< Zurück | Inhalt | Weiter >

7.1 Choosing a data model

When designing your 3D application the obvious place to start is to consider your user’s view of the application. Everything that is rendered (drawn) by the underlying Java 3D scenegraph renderer can be described as geometry. Discussions of geometry are generally independent of such issues as user interaction, view parameters and rotation, rendering attributes, and object lighting.


The geometry defined in your scene is rendered by the Java 3D renderer using the current view parameters and the geometry’s attributes, such as color, material, and lighting. The choice of geometry description will probably be the most influential factor in deciding eventual application performance. Deciding the geometry description will always entail making several compromises between contradictory factors such as rendering speed and quality, size of data models, asset managements and load time.


A simple 3D model viewer might simply load a 3D model file (perhaps in VRML format), use a Java 3D file loader to convert the model into Java 3D objects, then render it. For interactive applications however (such as games requiring complex character animation) or scientific visualization applications dealing with large data sets, such a simple approach will rarely suffice.


3D character animation may require that a data model support animation using inverse kinematics, that it implement skin−and−bones animation systems that can be scripted, or that it have data from motion capture devices played back through the characters. The Cosm team (http://www.cosm−game.com) is busy creating an online world built using Java and Java 3D that includes skin−and−bones character animation. You can also download some sample code for skin−and−bones animation from http://www.j3d.org
.

Motion capture is becoming an increasingly important technology for the level of realism required by the latest games. Dedicated motion capture labs, such as EdVEC in Scotland (http://www.edvec.ed.ac.uk), provide sophisticated camera equipment to capture 3D motion and data models.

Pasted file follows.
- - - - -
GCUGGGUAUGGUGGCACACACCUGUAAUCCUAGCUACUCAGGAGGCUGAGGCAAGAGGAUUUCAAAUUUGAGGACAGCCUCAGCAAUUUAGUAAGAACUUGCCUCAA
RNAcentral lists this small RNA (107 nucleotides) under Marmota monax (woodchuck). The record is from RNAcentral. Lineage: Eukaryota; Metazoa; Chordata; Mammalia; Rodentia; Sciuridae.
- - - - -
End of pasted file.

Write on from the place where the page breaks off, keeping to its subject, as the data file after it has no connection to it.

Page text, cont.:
Scientific visualization applications are generally required to visualize extremely complex data sets, which may not have an obvious representation as 3D objects. Key elements of these applications choose informative 3D data representations, process the raw data, and ensure that the processed data can be rendered efficiently. Visualization data sets may be N−dimensional (meteorology or MRI data for example) or may have to be created from thousands of 2D images as in the Visible Human Project (
http://www.nlm.nih.gov/research/visible/visible_human.php
).


Algorithms to construct surfaces from 3D data points, adaptive meshes, and dynamic levels of detail may all be required to generate compelling interactive worlds from the raw input data. It is hard to overstate the importance of understanding your feature and performance objectives as you design your data model. Java 3D provides little support for anything other than simple point, line, and triangle rendering, so you may need a convenient internal representation (model), which can then be converted into a representation for rendering (view). The rendering representation may need to make assumptions as to the current available hardware, or it may be adaptive and modify the representation based on a target frame−rate for the application.


 

7.1.1 Surface models
7.1.2 Volumetric and mathematical models
VOXELS OR SKIN DESCRIPTION?
7.1.3 Implementing in Java 3D